Auto Talk

Connected Cars: What to Know

Vehicle connectivity is present in over 40 million cars worldwide.
January 2018

With technology advancing in leaps and bounds around us, perhaps the one thing that has generated the most buzz involves the marriage of the automobile with the computer: a connected car. Here are some important things to know about connected cars.

• Vehicle connectivity already exists and is becoming mainstream. It is a feature present on approximately 40 million vehicles around the globe, equipped with in-car WiFi, Bluetooth connectivity, and satellite radio systems. By 2022 over 80 percent of all new vehicles sold are expected to be connected, through 5G and Wi-Fi cloud platforms. Industry estimates suggest this could reach 90 to 100 percent of new car sales by 2025.

• Telematics allow a vehicle to communicate and share information with other networks helping to enhance everything from in-vehicle operation and efficiency to communicating with other connected vehicles and external infrastructure. This type of communication is like having a team of people on the lookout for any maintenance or security issues you have with your car. The potential benefits of this data could result in everything from reduced accidents to reduced traffic congestion.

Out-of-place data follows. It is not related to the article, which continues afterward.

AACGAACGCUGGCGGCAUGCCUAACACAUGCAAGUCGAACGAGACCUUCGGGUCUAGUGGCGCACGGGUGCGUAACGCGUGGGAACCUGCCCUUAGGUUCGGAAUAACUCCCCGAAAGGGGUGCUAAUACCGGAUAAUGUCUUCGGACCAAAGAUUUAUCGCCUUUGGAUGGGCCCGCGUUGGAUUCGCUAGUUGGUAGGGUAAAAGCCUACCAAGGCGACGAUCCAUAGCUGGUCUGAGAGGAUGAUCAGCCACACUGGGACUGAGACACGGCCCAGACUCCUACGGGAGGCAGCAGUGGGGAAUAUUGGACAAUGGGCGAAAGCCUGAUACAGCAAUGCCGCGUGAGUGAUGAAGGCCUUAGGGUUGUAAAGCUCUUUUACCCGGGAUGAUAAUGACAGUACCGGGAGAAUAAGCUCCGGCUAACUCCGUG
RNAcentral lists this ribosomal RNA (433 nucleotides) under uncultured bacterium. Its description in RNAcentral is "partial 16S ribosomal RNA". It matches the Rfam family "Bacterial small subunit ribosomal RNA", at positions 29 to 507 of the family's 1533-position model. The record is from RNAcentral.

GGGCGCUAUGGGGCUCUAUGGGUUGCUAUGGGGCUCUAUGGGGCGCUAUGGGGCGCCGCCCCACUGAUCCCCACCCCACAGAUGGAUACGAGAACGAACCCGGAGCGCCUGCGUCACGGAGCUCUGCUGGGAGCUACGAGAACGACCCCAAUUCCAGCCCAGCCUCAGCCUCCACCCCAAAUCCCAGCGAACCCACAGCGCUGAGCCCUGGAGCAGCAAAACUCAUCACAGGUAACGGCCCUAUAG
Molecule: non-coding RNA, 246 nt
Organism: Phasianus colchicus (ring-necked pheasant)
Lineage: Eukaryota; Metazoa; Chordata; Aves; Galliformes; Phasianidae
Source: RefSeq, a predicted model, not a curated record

• Better maintenance. Alert lights on dashboards might notify drivers of generalized maintenance issues, but connectivity allows for a truly exacting system of diagnosis and prevention. One of the most advanced solutions, known as the integrated vehicle health management (IVHM) from Honeywell Transportation Systems, uses algorithms and computer models from data generated by highly sensitive sensors, such as tire pressure, fluids, timing, efficiency and overall operations. Being better informed about what and when maintenance needs to be done can reduce the cost of unnecessary repairs by up to 50 percent.

• One of the needs that comes with increased connectivity is more electrical power in the vehicle. Auto makers are developing new 48-volt architectures to replace existing 12-volt systems. The upgraded system supports electric motors, a sophisticated network of sensors and internet-enabled devices. This has the potential to transform the automobile into a mobile office. In addition, the electrification of the powertrain makes for more efficient operations, helping auto makers meet more stringent emission regulations.


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